Jane Campion is sitting up in bed at her home in Sydney, about to go for her morning swim and reeling from the news that her film The Power of the Dog has received 12 Oscar nominations, two shy of the record 14 garnered by just three films in Academy history: All About Eve, Titanic and La La Land. “I didn’t have a very good sleep, but I’ve had a very good day,” she says cheerily. “At about 2am I could hear the beeps coming in on my phone, and then my partner came in and… Well, he took his time. He was really spinning it out, cruelly. From the look on his face I thought, ‘Oh no, we didn’t get any.’”
But when the numbers stacked up, it was different story. “I’ve got wet eyes,” she says. “I really feel emotional. I guess the Oscars, or rather the Academy, is the gold standard in most of the world’s mind for what’s great in cinema, and I am so full of gratitude that they recognize so many people that were involved in our film. That makes me so happy, because I love the work they did and I think they did a great job. But it’s also special to be amongst just all the nominees, because they’re all great cinema-makers. It does feel like a special moment in your whole career. Like, the last time I was in this position was with The Piano—and that was 30 years ago.” She laughs. “So it’s a comeback.”
Was such a return to the Oscars something she ever foresaw, after missing out with such acclaimed indies as The Portrait of a Lady, Holy Smoke, In the Cut and Bright Star? “I’m quite used to not getting them, so I’m used to both sides of it,” she says. “I mean, I’ve made quite a few films since The Piano, and they didn’t get that kind of recognition, even though I felt like I was trying just as hard. It’s really mysterious what people connect to and what they don’t, and I’m certainly not the knower of that, you know?”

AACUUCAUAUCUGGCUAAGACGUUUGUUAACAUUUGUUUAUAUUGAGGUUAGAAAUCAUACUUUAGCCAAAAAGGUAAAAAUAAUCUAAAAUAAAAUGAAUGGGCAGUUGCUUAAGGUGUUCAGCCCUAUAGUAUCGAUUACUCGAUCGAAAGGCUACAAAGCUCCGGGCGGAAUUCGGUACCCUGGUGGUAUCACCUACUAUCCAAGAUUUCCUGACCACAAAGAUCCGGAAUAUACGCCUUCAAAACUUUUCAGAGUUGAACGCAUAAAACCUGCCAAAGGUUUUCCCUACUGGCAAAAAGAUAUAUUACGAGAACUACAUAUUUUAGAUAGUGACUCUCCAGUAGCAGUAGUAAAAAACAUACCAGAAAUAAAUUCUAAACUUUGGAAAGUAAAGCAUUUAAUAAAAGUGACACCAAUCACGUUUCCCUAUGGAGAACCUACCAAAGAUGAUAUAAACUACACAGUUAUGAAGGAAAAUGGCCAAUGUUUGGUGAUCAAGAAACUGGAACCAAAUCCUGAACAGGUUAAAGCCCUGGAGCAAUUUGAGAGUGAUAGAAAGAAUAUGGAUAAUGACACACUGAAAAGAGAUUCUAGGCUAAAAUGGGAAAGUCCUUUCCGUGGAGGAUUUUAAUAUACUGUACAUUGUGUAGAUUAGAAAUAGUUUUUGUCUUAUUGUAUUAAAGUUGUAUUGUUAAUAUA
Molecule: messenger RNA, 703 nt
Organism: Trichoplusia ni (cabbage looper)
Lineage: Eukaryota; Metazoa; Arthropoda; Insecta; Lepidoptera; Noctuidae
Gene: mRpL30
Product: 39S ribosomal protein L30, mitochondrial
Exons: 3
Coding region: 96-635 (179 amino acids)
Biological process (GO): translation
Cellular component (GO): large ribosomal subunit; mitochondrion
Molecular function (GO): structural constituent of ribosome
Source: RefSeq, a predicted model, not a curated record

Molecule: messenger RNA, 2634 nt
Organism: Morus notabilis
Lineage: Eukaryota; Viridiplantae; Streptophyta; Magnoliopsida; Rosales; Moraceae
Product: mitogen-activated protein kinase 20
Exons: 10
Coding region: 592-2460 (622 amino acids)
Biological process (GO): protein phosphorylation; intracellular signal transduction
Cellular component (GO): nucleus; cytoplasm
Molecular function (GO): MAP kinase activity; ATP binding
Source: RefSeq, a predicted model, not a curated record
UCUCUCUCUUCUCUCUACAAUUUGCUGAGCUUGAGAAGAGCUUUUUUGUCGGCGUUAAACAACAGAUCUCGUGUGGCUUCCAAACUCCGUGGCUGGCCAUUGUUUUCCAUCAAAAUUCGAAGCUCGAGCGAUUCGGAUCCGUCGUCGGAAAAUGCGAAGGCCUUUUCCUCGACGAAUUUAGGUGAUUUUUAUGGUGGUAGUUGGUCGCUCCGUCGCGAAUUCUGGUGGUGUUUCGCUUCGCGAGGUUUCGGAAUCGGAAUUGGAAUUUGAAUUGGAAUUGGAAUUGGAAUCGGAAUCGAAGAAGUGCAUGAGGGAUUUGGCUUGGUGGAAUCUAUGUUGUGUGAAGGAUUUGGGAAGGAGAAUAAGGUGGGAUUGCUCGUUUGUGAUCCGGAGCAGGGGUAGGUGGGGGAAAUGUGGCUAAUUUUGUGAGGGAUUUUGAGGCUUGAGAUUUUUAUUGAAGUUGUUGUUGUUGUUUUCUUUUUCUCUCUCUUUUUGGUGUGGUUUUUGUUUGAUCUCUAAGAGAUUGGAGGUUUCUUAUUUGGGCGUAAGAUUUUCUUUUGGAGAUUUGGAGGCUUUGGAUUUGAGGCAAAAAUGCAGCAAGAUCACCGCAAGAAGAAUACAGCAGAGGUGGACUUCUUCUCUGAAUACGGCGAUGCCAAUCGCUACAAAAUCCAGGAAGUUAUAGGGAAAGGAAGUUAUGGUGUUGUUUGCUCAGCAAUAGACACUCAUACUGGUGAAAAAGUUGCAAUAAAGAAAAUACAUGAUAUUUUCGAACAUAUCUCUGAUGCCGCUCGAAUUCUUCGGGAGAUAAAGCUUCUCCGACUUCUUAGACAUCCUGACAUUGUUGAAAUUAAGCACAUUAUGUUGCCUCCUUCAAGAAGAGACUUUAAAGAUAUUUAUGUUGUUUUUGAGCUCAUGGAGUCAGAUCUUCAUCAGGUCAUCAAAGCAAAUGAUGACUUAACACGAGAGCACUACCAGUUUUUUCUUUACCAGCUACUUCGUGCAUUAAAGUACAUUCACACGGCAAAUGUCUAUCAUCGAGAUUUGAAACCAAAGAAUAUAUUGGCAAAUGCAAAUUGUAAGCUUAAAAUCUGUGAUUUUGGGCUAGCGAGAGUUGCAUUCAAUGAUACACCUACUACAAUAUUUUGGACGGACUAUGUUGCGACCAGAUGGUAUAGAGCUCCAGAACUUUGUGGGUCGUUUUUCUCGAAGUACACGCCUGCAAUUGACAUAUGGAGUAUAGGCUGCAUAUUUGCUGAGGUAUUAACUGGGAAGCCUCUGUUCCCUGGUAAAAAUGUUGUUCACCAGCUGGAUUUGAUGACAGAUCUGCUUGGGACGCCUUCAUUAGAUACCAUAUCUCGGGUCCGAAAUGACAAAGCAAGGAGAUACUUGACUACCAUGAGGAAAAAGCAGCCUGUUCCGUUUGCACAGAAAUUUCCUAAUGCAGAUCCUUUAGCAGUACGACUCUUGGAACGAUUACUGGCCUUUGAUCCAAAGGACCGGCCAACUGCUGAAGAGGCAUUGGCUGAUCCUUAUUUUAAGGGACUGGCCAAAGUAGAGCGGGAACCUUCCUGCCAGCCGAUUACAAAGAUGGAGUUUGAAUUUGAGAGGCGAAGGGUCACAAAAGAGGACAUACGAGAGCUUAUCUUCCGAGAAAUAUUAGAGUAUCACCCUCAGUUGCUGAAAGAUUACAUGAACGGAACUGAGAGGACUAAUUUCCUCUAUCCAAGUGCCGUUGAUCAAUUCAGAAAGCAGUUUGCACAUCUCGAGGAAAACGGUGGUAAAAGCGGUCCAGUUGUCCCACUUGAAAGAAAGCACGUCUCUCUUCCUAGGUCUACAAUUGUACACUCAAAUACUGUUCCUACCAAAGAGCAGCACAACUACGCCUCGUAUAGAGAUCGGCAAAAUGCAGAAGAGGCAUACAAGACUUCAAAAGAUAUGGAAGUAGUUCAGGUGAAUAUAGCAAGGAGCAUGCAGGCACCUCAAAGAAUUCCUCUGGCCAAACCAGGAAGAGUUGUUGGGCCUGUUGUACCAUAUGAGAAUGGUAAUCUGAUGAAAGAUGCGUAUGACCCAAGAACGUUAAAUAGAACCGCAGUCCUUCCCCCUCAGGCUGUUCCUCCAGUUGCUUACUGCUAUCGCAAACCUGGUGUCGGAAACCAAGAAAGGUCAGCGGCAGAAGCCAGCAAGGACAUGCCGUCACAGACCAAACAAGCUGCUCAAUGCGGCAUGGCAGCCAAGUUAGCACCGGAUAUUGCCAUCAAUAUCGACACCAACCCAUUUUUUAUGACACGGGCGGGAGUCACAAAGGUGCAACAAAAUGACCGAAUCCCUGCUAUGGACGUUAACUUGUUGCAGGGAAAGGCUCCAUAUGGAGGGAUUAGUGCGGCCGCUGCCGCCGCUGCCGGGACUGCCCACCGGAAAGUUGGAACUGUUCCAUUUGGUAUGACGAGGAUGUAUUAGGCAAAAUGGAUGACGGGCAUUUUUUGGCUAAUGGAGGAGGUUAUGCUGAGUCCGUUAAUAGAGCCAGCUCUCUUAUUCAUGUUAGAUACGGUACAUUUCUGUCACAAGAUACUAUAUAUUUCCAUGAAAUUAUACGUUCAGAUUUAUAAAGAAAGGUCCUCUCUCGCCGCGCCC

What’s perhaps more surprising is that The Power of the Dog, filmed on location in New Zealand, could very easily have been lost to history. “Covid just came in like a hurricane, so fast, and just shut us down,” Campion recalls. “And we were out of there in no time. we were dreaming about actually just working hard and finishing and then—BOOM!—it was over, and we had to go shelter. I didn’t really know at that point that the film would ever be finished, because we had actors from so many distant countries. I mean, it was a very up-in-the-air time. But, you know, it was also sort of my favorite time too.” Why? She laughs. “Because for once I didn’t have to do anything and I could rest.”
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